The Hunter’s retail workers are calling to be officially recognised as “essential workers”.
New modelling from independent think tank Per Capital has found “retail is a crucial part of the social and economic fabric of life in the Hunter region and Central Coast” with retail workers making a significant more than $25 million contribution to the economy each week locally.
The SDA union, representing retail, fast food and warehouse workers is presenting that modelling to Newcastle Council, community and business leaders today at a meeting of the SDA regional delegates.
SDA Newcastle Branch Secretary Barbara Nebart said retail workers have been on the frontline of the pandemic and this service, along with their massive contribution to the local economy should be recognised by government.
“The pandemic crisis and recent instability has highlighted the critical role of stable, essential jobs and this new report shows retail plays a significant contribution to our local economy,” Barbara Nebart said.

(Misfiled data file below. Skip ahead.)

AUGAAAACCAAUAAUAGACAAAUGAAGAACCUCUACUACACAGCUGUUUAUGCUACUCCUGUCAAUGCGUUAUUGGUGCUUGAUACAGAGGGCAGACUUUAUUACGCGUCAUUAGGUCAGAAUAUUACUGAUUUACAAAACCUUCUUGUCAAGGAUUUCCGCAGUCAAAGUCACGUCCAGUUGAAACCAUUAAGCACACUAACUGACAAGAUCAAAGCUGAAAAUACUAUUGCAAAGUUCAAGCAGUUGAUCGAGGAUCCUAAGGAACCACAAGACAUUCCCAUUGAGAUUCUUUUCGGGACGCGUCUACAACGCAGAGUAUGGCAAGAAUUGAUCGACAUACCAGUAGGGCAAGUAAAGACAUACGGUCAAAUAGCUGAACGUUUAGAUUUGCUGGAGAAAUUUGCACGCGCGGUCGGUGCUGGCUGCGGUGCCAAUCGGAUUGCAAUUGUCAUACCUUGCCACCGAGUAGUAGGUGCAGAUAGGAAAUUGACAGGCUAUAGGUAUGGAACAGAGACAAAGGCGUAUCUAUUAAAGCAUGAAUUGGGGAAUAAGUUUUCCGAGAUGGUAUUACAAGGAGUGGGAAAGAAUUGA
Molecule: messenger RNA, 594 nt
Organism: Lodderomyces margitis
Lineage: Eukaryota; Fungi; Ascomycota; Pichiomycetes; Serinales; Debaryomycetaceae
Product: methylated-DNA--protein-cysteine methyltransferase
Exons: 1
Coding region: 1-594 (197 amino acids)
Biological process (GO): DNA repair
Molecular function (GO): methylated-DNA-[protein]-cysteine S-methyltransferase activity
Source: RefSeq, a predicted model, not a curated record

“As a key industry, retail workers should get priority access to affordable housing initiatives that are usually designed for essential workers like nurses and police.”
“As housing demand outstrips supply, fuelled in part by the continued exodus of people from our larger cities, more retail workers are forced into a long commute to work.”
“We need governments to work with community housing providers and industry to support retail workers with more affordable housing options.”
The SDA said a recent survey of retail workers who are SDA members found increasing household bills and cost of living is the main concern, followed by high rental and house prices and lack of jobs for younger people. Forty-six per cent of regional SDA members are concerned with the effect of high rental and house prices to the future health and liveability of their local area.